Check out the Farm One blog.

 

By Carly DeFilippo

 

When Michael Laiskonis got hired for his first job, scooping ice cream in Detroit, he probably never imagined that he would one day be teaching ICE Pastry & Baking students about the complex chemistry of frozen dairy products. In fact, Michael never intended to enter the food industry. Rather, he fell into it by accident, after deciding to abandon formal studies in fine arts and photography for what he describes as an “earn while you learn” approach. And so he entered the business, working the overnight shift at his roommate’s brother’s bakery.

Michael, teaching a petit four class at ICE's School of Professional Development.

Michael, teaching a petit four class at ICE’s School of Professional Development.

Soon enough, Michael discovered he had a certain talent for pastry and wanted to find a more structured environment to further his skills. He found it in Emily’s, a small kitchen with only four chefs. Starting out as a savory cook, Michael gradually absorbed more and more pastry duties, proving his merit until his boss agreed to make him the full-time pastry chef—the first time he would see his name on a restaurant menu.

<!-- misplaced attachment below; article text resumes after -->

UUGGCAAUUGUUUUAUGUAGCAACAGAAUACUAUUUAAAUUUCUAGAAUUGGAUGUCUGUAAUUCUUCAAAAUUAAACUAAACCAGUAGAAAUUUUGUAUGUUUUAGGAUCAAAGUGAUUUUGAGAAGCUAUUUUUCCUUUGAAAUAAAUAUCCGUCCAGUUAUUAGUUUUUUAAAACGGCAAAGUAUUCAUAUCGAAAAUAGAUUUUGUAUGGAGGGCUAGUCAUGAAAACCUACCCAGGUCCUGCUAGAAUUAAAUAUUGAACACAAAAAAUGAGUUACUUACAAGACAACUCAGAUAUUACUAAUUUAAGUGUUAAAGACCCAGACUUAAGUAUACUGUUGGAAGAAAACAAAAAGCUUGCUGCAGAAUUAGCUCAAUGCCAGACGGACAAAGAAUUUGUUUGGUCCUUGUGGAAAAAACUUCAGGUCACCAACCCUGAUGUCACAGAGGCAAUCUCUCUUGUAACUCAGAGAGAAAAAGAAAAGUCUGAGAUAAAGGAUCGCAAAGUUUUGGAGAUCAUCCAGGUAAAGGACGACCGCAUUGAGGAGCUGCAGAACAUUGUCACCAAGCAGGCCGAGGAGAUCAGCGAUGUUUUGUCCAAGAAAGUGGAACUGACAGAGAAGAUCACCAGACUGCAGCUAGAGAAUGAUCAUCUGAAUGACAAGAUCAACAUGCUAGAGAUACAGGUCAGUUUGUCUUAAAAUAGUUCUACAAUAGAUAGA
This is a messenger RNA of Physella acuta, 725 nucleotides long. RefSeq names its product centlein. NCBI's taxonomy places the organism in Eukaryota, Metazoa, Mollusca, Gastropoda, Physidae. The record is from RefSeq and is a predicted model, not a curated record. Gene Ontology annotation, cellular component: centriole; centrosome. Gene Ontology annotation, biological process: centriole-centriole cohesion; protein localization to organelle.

In 1996, Michael moved to Tribute, starting as a line cook and moving up the ranks until he was again named pastry chef in 1999. The restaurant was at the epicenter of Detroit’s culinary scene, named one of the nation’s best by the New York Times in 2002. In 2003, it became one of only two Detroit restaurants to have garnered a coveted James Beard Award. But by 2004, Michael was looking to test his hand in one of the nation’s culinary capitals, and was referred by a friend to Chef Eric Ripert. After a single 90 minute meeting, Ripert offered Chef Michael the chance to come on as Executive Chef of renowned New York institution, Le Bernadin.

Parsnip brulee and sponge, hazelnut cream, browned milk solids. 2013 "Pastry Pop Chef" at the Star Chefs International Chefs Congress.

Parsnip brulee and sponge, hazelnut cream, browned milk solids. 2013 “Pastry Pop Chef” at the Star Chefs International Chefs Congress.

Making a move to Le Bernadin was no small feat. Michael’s predecessors included one of his idols, François Payard, as well as acclaimed chefs Florian Bellanger, Herve Poussot and Oscar Palacios. But over the next eight years, Michael more than proved his talent, helping the restaurant earn three Michelin stars and four stars from the New York Times. Celebrated for his use of modern techniques to reinvent classic desserts, Michael was also awarded the coveted James Beard Award for Outstanding Pastry Chef in 2007.